Definition:Pointwise Scalar Multiplication of Mappings/Real-Valued Functions

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Let $S$ be a non-empty set, and let $\R^S$ be the set of all mappings $f: S \to \R$.

Then pointwise ($\R$-)scalar multiplication on $\R^S$ is the binary operation $\cdot: \R \times \R^S \to \R^S$ defined by:

$\forall \lambda \in \R: \forall f \in \R^S: \forall s \in S: \map {\paren {\lambda \cdot f} } s := \lambda \cdot \map f s$

where the $\cdot$ on the right is real multiplication.

Pointwise scalar multiplication thence is an instance of a pointwise operation on real-valued functions.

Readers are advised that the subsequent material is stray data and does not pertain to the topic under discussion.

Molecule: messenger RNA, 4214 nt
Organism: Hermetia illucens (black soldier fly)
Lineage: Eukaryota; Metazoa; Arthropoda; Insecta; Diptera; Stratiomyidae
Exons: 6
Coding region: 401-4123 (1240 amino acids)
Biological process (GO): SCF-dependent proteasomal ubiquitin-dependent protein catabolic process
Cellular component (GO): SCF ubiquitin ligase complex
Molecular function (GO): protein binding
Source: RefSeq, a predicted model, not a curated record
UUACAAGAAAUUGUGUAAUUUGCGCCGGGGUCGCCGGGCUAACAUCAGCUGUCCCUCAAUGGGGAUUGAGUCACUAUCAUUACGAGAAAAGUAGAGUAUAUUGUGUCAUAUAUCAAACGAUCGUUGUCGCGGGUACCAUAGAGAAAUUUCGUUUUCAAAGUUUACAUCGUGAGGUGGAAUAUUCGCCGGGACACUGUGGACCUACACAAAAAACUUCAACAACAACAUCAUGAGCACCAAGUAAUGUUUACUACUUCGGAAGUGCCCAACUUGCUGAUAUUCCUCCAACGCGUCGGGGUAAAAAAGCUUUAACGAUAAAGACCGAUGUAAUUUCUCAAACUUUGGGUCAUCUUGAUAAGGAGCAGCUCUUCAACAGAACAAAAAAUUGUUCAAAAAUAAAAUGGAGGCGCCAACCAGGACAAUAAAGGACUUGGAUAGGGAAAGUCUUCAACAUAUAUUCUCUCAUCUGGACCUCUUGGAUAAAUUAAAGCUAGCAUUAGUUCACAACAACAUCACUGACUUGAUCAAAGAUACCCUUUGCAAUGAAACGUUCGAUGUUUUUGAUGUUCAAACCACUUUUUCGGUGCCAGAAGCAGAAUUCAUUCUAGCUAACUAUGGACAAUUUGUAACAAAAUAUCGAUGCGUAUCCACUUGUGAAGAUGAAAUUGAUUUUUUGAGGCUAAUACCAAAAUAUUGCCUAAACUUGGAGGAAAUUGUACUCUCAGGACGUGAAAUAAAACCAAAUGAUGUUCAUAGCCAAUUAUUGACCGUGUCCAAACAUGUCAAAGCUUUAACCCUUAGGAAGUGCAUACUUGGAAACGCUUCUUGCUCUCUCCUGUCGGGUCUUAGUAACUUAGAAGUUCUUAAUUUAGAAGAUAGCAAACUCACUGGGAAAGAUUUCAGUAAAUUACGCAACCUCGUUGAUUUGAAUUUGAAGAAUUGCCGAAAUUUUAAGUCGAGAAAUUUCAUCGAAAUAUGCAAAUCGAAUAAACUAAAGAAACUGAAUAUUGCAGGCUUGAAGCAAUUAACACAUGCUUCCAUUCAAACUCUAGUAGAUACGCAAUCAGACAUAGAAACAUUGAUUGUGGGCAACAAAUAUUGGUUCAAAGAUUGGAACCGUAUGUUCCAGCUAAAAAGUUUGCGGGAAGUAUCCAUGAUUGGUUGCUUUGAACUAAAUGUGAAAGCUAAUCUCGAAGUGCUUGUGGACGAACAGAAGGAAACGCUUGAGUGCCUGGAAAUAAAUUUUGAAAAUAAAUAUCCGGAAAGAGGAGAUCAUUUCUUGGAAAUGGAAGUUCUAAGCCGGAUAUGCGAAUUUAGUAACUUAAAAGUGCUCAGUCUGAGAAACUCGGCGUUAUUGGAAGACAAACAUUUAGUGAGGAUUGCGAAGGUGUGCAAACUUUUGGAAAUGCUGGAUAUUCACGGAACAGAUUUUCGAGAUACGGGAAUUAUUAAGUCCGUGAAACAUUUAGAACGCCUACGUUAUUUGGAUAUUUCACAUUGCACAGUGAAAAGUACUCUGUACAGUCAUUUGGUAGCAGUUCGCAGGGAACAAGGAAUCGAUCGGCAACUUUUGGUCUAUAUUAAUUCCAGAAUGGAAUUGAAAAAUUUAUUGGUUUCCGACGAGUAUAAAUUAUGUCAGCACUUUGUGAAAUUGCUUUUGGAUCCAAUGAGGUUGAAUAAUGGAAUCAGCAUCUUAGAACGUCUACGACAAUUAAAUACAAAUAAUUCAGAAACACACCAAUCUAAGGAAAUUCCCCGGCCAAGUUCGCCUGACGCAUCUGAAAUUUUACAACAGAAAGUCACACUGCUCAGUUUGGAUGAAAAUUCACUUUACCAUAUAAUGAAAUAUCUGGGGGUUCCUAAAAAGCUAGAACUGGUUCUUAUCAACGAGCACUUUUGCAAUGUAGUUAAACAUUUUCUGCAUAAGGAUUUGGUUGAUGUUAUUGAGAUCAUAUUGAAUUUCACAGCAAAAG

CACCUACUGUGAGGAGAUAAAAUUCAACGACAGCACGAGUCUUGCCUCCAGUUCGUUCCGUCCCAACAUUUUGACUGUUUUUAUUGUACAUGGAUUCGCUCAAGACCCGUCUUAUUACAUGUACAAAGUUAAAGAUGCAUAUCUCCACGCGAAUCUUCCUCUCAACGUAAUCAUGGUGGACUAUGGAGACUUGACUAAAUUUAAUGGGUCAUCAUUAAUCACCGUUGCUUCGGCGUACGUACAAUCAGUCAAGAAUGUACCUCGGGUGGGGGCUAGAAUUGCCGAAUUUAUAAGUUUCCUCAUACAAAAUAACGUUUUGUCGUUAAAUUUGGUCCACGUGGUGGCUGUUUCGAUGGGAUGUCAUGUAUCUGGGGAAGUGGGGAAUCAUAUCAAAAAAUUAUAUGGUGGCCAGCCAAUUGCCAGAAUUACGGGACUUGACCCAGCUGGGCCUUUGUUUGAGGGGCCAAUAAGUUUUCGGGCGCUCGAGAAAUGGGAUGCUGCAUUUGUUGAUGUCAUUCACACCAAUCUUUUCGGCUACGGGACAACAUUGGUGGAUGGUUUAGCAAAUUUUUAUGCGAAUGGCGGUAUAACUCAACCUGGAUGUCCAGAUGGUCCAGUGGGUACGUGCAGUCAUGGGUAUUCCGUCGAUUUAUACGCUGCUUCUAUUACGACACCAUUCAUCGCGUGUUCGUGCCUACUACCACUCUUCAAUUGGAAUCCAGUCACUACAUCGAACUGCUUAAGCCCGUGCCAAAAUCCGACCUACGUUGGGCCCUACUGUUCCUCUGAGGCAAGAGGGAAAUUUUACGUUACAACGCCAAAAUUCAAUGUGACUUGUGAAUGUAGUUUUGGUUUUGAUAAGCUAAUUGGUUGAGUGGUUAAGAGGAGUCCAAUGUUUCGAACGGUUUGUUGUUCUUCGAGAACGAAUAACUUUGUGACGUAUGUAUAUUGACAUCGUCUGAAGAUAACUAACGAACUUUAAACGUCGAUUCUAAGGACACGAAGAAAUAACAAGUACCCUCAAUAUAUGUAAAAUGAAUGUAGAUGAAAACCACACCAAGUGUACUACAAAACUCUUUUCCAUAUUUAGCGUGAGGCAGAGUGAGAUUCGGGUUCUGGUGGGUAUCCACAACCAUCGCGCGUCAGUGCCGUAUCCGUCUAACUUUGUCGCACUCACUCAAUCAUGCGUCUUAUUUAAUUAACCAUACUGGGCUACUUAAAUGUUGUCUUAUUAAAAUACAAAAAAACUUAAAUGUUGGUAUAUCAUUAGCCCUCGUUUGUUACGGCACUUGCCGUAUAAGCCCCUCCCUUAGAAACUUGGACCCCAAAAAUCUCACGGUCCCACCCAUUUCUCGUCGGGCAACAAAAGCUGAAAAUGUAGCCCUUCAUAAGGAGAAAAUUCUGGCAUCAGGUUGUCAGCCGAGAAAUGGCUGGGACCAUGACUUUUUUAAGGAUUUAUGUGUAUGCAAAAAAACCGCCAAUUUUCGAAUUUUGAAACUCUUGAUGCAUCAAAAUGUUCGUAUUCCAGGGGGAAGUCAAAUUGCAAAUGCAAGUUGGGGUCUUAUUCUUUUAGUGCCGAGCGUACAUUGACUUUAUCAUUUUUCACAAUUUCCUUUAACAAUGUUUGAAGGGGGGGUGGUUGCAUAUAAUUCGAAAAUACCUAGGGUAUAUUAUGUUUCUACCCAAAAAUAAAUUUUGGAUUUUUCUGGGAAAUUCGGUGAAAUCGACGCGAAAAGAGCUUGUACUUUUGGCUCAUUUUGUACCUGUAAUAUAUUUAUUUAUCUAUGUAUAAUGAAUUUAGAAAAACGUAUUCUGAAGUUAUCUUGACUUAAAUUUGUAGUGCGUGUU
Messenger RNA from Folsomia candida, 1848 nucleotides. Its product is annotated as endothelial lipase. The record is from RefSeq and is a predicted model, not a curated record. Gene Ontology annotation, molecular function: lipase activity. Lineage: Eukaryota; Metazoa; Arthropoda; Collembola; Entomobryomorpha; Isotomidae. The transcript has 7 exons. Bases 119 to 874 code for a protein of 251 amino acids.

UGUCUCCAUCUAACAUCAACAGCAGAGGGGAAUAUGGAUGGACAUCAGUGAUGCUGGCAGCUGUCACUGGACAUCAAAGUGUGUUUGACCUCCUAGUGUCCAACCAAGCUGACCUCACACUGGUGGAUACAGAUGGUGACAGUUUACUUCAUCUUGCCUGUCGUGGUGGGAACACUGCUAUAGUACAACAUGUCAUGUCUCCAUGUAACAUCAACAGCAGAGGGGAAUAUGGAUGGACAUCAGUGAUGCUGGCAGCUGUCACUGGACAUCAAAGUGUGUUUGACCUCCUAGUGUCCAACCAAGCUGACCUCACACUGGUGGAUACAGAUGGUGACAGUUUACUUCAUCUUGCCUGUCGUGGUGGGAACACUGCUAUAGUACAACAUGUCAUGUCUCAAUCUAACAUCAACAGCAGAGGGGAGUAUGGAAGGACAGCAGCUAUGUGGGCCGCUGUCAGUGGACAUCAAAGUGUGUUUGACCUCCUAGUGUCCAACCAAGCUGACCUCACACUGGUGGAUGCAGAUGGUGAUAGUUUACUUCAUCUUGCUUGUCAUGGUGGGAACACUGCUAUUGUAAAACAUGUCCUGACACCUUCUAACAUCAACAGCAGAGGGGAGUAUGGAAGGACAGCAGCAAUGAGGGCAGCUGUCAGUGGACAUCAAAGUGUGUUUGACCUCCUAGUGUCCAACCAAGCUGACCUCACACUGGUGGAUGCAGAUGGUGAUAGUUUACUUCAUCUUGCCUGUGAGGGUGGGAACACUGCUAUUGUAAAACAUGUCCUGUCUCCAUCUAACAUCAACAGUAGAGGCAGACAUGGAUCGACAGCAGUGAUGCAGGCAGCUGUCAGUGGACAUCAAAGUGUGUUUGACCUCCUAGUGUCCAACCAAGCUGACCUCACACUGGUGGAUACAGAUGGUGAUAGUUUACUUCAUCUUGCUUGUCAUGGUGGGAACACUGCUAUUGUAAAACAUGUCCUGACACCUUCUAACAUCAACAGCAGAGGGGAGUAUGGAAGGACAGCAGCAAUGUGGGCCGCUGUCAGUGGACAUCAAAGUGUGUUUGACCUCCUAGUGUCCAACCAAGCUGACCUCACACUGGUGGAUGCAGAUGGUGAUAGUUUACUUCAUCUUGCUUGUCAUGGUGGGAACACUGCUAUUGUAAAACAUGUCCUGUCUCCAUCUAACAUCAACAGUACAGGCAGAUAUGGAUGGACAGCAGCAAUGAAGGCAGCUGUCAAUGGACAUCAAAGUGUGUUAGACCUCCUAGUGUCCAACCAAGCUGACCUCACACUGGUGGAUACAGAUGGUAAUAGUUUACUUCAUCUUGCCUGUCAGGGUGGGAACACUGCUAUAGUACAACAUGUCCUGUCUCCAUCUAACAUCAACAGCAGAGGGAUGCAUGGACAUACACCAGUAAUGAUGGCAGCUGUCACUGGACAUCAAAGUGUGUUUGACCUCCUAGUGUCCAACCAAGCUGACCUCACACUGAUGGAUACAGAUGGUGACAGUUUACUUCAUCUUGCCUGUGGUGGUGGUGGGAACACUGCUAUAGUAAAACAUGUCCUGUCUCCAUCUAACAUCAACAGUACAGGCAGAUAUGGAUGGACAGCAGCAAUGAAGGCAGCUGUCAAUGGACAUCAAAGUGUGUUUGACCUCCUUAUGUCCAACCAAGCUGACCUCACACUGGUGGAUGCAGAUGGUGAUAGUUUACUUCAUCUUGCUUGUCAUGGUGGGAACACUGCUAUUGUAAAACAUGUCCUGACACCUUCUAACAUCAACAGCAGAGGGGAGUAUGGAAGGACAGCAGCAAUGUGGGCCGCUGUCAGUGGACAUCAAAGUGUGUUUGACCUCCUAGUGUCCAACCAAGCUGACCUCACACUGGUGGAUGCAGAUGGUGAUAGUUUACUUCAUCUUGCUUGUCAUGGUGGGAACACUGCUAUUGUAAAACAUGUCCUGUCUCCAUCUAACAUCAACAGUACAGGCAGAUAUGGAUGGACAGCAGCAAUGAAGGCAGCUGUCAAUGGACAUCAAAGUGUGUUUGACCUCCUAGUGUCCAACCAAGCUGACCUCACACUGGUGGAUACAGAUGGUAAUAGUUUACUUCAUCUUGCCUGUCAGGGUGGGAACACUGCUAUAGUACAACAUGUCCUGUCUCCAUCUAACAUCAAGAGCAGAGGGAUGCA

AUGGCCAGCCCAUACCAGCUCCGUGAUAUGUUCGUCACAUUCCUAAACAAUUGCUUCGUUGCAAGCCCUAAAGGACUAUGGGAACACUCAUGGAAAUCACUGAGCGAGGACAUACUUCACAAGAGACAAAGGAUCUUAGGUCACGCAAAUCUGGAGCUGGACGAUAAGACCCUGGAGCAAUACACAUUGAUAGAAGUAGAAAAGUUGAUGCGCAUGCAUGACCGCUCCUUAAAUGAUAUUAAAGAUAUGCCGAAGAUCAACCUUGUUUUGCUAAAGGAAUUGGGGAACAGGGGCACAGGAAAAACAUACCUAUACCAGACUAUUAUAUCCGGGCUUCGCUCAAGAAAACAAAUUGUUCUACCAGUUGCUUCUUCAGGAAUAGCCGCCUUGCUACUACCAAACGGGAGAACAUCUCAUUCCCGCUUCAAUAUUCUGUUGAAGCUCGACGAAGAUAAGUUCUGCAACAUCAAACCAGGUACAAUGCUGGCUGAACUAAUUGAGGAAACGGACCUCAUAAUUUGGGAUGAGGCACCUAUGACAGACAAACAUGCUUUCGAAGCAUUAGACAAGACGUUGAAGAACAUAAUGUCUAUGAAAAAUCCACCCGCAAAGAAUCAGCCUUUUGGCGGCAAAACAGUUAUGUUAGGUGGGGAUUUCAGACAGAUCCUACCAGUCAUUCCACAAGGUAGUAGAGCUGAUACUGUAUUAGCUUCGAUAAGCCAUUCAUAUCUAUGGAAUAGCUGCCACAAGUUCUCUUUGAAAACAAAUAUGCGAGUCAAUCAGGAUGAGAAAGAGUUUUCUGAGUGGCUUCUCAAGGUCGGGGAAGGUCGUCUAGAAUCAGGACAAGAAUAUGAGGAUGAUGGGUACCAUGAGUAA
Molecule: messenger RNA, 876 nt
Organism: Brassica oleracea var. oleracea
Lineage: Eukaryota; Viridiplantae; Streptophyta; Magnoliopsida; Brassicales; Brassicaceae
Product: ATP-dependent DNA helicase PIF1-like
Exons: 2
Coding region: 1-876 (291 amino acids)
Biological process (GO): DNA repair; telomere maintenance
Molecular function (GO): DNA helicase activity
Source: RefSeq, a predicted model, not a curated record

Also known as

Like the $\cdot$ for real multiplication, its pointwise analog (also denoted $\cdot$) is often omitted.

That is, one often encounters $\lambda f$ instead of $\lambda \cdot f$.

Furthermore, by the way pointwise $\R$-scalar multiplication is defined, one often disposes of parentheses.

Thus one simply writes $\lambda \map f s$, leaving unspecified whether this means $\map {\paren {\lambda \cdot f} } s$ or $\lambda \cdot \map f s$.

This is justified as the expressions are equal in any case, and it saves one from writing excessive parentheses.

Also see